The following post contains SPOILERS for Black Panther: Wakanda Forever. (Duh.)
Every single person reading this knows what happened to Chadwick Boseman. The beloved actor died on August 28, 2020 after a private battle with colon cancer. Boseman had appeared in films like Draft Day, 42, and Get On Up, but he was best known as T’Challa, the superhero known as Black Panther in the Marvel Cinematic Universe.
Boseman had made four appearances as T’Challa prior to his death, in Captain America: Civil War, Black Panther, Avengers: Infinity War, and Avengers: Endgame. He was scheduled to reprise the role again in a Black Panther sequel, but obviously that was not to be. Marvel could have chosen to carry one as if Boseman’s death hadn’t happened; they could have recast the role of T’Challa and stuck to whatever their original plan for Wakanda Forever had been. Instead, writer/director Ryan Coogler decided to incorporate Boseman’s real-life death into the MCU, by making T’Challa’s death the inciting incident of the sequel.
There too, there were many paths Marvel and Coogler could have taken. They could have had T’Challa die in battle. They could have found some other way to remove him from the story for the short-term, while leaving the door open to recast the role down the line. Instead, they hewed about as closely to reality as this sort of superhero fantasy would allow. In the film’s opening minutes, T’Challa is dying of some incurable but unspecified illness. His sister Shuri (Letitia Wright) desperately tries to save his life.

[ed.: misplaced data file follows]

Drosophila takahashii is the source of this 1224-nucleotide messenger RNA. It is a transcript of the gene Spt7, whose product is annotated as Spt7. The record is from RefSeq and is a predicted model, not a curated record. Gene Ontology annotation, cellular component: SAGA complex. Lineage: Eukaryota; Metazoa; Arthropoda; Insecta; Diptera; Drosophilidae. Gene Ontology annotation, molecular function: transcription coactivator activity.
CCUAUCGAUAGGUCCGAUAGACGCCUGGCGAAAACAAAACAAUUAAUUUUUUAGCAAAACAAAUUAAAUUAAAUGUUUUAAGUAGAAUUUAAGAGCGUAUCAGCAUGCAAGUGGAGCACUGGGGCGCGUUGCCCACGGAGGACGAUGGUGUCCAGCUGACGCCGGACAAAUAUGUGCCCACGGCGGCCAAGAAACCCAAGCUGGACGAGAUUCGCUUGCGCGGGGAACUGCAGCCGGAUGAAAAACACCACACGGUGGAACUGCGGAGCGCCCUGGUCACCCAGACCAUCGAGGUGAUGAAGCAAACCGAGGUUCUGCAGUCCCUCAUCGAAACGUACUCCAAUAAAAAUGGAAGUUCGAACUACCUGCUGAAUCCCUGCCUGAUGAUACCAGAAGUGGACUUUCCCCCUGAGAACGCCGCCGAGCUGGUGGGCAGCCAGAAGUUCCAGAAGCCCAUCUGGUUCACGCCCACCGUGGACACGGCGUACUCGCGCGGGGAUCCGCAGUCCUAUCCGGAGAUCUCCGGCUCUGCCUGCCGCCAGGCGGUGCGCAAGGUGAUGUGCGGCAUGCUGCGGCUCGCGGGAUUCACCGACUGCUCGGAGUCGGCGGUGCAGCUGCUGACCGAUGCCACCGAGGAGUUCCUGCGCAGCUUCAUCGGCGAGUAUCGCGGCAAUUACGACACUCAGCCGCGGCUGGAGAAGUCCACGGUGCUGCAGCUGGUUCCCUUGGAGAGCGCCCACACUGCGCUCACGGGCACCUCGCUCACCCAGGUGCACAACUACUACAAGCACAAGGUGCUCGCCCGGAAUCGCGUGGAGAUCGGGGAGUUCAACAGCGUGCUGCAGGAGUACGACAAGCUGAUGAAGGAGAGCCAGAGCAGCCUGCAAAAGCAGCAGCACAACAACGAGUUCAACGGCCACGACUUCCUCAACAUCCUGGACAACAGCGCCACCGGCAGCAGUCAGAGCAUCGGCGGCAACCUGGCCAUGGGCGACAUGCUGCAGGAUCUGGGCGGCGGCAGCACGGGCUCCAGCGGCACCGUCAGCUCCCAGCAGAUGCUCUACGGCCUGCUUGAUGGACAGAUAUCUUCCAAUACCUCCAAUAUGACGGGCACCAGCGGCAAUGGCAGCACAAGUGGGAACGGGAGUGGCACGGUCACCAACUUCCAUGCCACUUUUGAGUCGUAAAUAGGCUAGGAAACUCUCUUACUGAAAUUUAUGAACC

Although the movie never gives any details about what illness killed T’Challa, it does explain how a superhero with enhanced strength and invulnerability could be felled by something as mundane as a disease. Under normal circumstances the Black Panther could be saved by ingesting the “Heart-Shaped Herb,” the magical Wakandan substance that gives the Panther his powers. But all of Wakanda’s Heart-Shaped Herbs were destroyed by Michael B. Jordan’s Killmonger in Black Panther. Shuri attempts to recreate it synethically but fails.
Sprinkled throughout the film are other allusions to Boseman’s real-life battle with cancer, which he kept private until his death. Characters in Wakanda Forever��imply that T’Challa approached his illness similarly, hiding it from many others around him until the very end of his life. That choice again allows Coogler to make Wakanda Forever even more personal; to explore how the film’s cast and crew were affected by this loss.
The movie does eventually push some of these emotions to the background in order to focus on the storyline involving a brewing war between Wakanda and Talokan, an ancient underwater civilization led by Namor. But the characters’ feelings about T’Challa are constantly alluded to, and they become very important to the climax of the movie. These also happen to be the most powerful scenes in the entire film. That is not a coincidence.
Black Panther: Wakanda Forever is in theaters now.
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